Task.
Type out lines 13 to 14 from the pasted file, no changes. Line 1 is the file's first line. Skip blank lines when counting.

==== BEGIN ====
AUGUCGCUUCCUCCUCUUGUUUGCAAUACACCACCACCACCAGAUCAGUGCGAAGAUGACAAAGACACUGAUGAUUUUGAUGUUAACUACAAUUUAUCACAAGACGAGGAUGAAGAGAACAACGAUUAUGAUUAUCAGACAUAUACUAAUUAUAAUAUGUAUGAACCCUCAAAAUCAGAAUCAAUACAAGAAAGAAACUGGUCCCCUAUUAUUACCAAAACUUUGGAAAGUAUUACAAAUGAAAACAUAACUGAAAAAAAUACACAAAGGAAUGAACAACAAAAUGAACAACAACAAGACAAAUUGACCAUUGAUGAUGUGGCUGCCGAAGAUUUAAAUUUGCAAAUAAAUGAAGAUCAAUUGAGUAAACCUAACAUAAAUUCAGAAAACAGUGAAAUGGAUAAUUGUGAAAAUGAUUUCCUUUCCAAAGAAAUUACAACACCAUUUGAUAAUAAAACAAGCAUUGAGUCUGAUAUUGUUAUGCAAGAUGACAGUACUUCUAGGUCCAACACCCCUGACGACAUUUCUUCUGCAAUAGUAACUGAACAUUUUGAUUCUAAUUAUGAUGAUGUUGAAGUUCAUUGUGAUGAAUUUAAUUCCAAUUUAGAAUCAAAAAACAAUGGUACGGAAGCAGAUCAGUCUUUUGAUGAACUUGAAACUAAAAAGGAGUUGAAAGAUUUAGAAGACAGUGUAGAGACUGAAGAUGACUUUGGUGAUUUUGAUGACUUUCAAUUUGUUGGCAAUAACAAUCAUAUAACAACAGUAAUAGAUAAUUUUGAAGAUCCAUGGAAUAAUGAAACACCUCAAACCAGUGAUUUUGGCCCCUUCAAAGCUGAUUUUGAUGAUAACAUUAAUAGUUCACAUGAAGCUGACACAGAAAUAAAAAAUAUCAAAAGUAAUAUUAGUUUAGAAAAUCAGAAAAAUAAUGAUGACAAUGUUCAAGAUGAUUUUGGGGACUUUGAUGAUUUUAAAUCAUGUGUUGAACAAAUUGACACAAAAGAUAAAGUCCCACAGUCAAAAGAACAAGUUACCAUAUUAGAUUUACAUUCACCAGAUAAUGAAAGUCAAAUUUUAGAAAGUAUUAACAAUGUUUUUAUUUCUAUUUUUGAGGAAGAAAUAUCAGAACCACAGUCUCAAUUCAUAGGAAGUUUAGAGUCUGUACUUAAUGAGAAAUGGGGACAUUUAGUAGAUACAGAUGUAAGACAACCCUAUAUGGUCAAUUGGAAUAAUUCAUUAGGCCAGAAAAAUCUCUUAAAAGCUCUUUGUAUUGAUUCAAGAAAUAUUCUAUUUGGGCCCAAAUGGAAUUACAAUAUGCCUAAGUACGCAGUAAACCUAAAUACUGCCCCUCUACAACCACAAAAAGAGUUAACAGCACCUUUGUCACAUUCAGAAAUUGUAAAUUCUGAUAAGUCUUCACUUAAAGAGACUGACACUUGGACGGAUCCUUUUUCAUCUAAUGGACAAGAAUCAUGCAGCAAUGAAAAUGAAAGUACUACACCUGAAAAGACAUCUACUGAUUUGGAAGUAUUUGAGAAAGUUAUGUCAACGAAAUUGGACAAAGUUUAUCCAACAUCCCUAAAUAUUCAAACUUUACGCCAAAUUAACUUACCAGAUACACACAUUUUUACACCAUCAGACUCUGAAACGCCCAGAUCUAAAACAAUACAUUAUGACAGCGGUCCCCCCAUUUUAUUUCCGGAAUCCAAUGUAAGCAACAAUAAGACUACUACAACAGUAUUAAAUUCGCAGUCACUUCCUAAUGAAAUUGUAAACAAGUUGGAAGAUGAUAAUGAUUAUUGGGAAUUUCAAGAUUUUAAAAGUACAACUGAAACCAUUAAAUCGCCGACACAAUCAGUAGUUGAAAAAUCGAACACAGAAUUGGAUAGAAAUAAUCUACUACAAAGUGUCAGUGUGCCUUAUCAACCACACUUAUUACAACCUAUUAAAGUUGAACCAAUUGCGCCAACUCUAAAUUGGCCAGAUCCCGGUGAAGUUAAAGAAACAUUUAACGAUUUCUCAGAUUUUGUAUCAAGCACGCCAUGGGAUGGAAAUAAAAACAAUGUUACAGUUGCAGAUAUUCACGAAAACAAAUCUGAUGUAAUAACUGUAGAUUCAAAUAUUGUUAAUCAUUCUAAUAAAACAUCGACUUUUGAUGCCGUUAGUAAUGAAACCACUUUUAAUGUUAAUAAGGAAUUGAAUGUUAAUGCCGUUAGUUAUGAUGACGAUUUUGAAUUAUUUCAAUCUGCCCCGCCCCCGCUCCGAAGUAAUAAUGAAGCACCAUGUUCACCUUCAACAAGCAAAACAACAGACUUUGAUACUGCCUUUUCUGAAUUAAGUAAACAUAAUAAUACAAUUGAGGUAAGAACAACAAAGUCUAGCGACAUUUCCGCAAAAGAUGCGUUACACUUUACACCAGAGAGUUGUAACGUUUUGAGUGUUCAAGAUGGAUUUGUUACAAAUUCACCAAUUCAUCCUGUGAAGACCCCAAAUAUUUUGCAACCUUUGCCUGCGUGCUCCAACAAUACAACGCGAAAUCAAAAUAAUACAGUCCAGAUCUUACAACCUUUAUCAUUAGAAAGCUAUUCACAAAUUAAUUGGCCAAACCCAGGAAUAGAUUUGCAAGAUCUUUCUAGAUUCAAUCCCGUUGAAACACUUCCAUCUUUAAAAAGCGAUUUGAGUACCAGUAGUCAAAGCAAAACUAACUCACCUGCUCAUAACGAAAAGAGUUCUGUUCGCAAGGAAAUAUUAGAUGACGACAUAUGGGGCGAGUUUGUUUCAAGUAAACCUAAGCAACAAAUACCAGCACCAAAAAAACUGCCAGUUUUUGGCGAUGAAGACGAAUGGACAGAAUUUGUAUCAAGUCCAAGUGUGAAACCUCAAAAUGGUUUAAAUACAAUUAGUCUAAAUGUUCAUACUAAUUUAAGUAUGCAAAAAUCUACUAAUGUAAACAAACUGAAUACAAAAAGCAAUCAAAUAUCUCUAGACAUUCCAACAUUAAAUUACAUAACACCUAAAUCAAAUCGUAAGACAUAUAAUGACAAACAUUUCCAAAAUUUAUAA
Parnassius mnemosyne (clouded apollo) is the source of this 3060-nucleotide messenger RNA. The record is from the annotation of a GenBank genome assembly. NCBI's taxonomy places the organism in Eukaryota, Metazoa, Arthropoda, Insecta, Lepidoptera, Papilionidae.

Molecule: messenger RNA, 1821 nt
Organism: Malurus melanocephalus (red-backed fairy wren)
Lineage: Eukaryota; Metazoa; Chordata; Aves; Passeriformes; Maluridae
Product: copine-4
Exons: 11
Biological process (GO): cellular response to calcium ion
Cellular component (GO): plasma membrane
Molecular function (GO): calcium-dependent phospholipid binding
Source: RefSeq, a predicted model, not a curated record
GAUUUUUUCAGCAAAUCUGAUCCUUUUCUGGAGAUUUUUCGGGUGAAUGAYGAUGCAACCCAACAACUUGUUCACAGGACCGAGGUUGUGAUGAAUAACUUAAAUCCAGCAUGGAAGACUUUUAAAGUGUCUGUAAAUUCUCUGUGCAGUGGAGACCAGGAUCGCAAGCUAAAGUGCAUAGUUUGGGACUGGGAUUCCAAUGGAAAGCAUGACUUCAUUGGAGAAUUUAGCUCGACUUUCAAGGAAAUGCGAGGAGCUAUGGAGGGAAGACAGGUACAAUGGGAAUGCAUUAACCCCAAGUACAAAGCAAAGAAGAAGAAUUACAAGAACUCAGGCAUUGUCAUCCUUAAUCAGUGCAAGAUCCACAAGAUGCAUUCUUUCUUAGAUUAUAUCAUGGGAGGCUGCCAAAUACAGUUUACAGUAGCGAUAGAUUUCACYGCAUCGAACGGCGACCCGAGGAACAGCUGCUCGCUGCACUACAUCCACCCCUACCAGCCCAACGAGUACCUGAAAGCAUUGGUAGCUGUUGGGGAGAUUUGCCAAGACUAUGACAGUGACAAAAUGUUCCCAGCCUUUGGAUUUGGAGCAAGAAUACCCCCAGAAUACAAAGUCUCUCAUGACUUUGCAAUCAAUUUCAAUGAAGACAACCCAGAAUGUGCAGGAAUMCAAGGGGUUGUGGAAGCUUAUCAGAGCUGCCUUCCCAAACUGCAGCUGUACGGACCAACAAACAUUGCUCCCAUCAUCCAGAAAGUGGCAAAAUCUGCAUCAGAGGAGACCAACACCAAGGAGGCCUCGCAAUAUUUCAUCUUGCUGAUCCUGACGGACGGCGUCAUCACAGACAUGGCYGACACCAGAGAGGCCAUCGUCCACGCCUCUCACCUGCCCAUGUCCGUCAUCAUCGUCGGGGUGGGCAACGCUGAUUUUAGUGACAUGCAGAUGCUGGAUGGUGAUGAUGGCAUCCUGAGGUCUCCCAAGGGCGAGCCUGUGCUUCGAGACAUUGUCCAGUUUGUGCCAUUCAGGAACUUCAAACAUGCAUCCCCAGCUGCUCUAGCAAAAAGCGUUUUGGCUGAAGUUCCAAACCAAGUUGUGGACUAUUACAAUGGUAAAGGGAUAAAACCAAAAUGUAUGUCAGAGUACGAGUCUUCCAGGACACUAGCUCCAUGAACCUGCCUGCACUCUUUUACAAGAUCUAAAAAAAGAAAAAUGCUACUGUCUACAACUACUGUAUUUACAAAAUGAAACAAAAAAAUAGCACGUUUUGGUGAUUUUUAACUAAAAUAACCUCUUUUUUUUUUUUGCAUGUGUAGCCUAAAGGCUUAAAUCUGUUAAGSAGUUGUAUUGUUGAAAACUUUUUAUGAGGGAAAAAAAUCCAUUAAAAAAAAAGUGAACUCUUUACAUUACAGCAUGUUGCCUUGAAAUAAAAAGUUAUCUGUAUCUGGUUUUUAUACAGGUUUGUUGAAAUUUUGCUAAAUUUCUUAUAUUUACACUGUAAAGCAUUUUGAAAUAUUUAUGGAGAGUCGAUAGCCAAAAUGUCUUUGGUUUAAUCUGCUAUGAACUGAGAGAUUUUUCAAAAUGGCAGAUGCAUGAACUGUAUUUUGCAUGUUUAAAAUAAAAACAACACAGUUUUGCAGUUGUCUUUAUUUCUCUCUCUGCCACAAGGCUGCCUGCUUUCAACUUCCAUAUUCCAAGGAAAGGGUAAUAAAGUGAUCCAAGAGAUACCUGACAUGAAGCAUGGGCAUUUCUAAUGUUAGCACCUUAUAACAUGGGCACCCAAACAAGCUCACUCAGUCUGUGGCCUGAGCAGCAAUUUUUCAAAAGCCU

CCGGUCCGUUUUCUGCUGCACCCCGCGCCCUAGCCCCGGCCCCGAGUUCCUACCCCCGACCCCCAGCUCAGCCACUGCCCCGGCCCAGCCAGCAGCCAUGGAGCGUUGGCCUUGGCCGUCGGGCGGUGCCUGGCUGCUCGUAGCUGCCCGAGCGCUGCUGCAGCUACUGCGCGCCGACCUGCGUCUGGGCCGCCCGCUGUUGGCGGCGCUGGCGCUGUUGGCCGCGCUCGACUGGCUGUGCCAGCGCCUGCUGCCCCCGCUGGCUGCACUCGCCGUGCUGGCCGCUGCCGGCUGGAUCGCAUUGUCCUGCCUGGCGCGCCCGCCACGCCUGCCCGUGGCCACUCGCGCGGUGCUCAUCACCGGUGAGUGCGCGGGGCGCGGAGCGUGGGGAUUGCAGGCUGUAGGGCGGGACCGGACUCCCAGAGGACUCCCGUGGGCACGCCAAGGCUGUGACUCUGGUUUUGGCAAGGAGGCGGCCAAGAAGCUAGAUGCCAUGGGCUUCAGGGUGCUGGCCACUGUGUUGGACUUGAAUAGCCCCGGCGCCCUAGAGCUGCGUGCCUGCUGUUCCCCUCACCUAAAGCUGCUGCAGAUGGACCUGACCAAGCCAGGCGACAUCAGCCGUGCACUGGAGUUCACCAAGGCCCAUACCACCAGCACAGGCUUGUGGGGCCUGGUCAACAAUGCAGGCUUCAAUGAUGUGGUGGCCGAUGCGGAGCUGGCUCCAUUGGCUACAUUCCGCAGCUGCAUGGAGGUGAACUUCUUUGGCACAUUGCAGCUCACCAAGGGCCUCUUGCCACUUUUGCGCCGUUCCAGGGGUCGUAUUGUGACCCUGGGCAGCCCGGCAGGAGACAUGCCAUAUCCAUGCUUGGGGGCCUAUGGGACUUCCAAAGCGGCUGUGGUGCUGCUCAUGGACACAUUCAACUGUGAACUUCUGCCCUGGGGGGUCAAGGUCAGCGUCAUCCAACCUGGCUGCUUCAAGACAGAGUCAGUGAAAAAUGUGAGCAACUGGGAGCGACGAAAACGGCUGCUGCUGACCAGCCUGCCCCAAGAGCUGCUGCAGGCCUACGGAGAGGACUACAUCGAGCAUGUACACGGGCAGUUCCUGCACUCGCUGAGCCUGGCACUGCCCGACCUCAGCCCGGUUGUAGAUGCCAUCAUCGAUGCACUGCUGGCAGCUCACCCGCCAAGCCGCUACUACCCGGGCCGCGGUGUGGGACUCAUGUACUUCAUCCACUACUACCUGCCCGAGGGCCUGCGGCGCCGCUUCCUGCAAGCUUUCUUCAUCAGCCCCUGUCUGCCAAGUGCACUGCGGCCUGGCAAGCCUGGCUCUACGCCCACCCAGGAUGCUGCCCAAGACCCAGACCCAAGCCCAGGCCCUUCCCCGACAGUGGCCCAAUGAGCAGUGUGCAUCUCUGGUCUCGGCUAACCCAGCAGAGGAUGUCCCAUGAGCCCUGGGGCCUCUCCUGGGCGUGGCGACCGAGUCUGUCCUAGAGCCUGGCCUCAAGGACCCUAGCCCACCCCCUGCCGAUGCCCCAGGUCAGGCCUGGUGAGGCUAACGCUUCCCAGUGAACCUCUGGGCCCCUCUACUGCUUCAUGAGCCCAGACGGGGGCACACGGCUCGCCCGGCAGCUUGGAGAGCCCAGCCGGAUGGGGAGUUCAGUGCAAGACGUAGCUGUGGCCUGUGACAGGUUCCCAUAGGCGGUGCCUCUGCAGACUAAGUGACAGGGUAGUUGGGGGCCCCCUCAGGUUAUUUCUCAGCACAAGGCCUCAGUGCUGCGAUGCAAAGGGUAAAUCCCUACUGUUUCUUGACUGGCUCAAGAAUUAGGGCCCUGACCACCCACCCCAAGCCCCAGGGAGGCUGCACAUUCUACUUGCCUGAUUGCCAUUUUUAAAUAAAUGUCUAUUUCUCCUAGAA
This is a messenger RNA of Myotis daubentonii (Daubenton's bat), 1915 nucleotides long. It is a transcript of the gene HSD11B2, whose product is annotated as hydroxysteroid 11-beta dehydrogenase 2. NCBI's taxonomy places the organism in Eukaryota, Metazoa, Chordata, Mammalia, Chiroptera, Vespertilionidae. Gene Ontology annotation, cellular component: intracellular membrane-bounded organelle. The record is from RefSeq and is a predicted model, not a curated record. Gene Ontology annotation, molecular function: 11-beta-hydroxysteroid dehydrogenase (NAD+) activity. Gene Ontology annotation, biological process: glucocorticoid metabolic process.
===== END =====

CCGGUCCGUUUUCUGCUGCACCCCGCGCCCUAGCCCCGGCCCCGAGUUCCUACCCCCGACCCCCAGCUCAGCCACUGCCCCGGCCCAGCCAGCAGCCAUGGAGCGUUGGCCUUGGCCGUCGGGCGGUGCCUGGCUGCUCGUAGCUGCCCGAGCGCUGCUGCAGCUACUGCGCGCCGACCUGCGUCUGGGCCGCCCGCUGUUGGCGGCGCUGGCGCUGUUGGCCGCGCUCGACUGGCUGUGCCAGCGCCUGCUGCCCCCGCUGGCUGCACUCGCCGUGCUGGCCGCUGCCGGCUGGAUCGCAUUGUCCUGCCUGGCGCGCCCGCCACGCCUGCCCGUGGCCACUCGCGCGGUGCUCAUCACCGGUGAGUGCGCGGGGCGCGGAGCGUGGGGAUUGCAGGCUGUAGGGCGGGACCGGACUCCCAGAGGACUCCCGUGGGCACGCCAAGGCUGUGACUCUGGUUUUGGCAAGGAGGCGGCCAAGAAGCUAGAUGCCAUGGGCUUCAGGGUGCUGGCCACUGUGUUGGACUUGAAUAGCCCCGGCGCCCUAGAGCUGCGUGCCUGCUGUUCCCCUCACCUAAAGCUGCUGCAGAUGGACCUGACCAAGCCAGGCGACAUCAGCCGUGCACUGGAGUUCACCAAGGCCCAUACCACCAGCACAGGCUUGUGGGGCCUGGUCAACAAUGCAGGCUUCAAUGAUGUGGUGGCCGAUGCGGAGCUGGCUCCAUUGGCUACAUUCCGCAGCUGCAUGGAGGUGAACUUCUUUGGCACAUUGCAGCUCACCAAGGGCCUCUUGCCACUUUUGCGCCGUUCCAGGGGUCGUAUUGUGACCCUGGGCAGCCCGGCAGGAGACAUGCCAUAUCCAUGCUUGGGGGCCUAUGGGACUUCCAAAGCGGCUGUGGUGCUGCUCAUGGACACAUUCAACUGUGAACUUCUGCCCUGGGGGGUCAAGGUCAGCGUCAUCCAACCUGGCUGCUUCAAGACAGAGUCAGUGAAAAAUGUGAGCAACUGGGAGCGACGAAAACGGCUGCUGCUGACCAGCCUGCCCCAAGAGCUGCUGCAGGCCUACGGAGAGGACUACAUCGAGCAUGUACACGGGCAGUUCCUGCACUCGCUGAGCCUGGCACUGCCCGACCUCAGCCCGGUUGUAGAUGCCAUCAUCGAUGCACUGCUGGCAGCUCACCCGCCAAGCCGCUACUACCCGGGCCGCGGUGUGGGACUCAUGUACUUCAUCCACUACUACCUGCCCGAGGGCCUGCGGCGCCGCUUCCUGCAAGCUUUCUUCAUCAGCCCCUGUCUGCCAAGUGCACUGCGGCCUGGCAAGCCUGGCUCUACGCCCACCCAGGAUGCUGCCCAAGACCCAGACCCAAGCCCAGGCCCUUCCCCGACAGUGGCCCAAUGAGCAGUGUGCAUCUCUGGUCUCGGCUAACCCAGCAGAGGAUGUCCCAUGAGCCCUGGGGCCUCUCCUGGGCGUGGCGACCGAGUCUGUCCUAGAGCCUGGCCUCAAGGACCCUAGCCCACCCCCUGCCGAUGCCCCAGGUCAGGCCUGGUGAGGCUAACGCUUCCCAGUGAACCUCUGGGCCCCUCUACUGCUUCAUGAGCCCAGACGGGGGCACACGGCUCGCCCGGCAGCUUGGAGAGCCCAGCCGGAUGGGGAGUUCAGUGCAAGACGUAGCUGUGGCCUGUGACAGGUUCCCAUAGGCGGUGCCUCUGCAGACUAAGUGACAGGGUAGUUGGGGGCCCCCUCAGGUUAUUUCUCAGCACAAGGCCUCAGUGCUGCGAUGCAAAGGGUAAAUCCCUACUGUUUCUUGACUGGCUCAAGAAUUAGGGCCCUGACCACCCACCCCAAGCCCCAGGGAGGCUGCACAUUCUACUUGCCUGAUUGCCAUUUUUAAAUAAAUGUCUAUUUCUCCUAGAA
This is a messenger RNA of Myotis daubentonii (Daubenton's bat), 1915 nucleotides long. It is a transcript of the gene HSD11B2, whose product is annotated as hydroxysteroid 11-beta dehydrogenase 2. NCBI's taxonomy places the organism in Eukaryota, Metazoa, Chordata, Mammalia, Chiroptera, Vespertilionidae. Gene Ontology annotation, cellular component: intracellular membrane-bounded organelle. The record is from RefSeq and is a predicted model, not a curated record. Gene Ontology annotation, molecular function: 11-beta-hydroxysteroid dehydrogenase (NAD+) activity. Gene Ontology annotation, biological process: glucocorticoid metabolic process.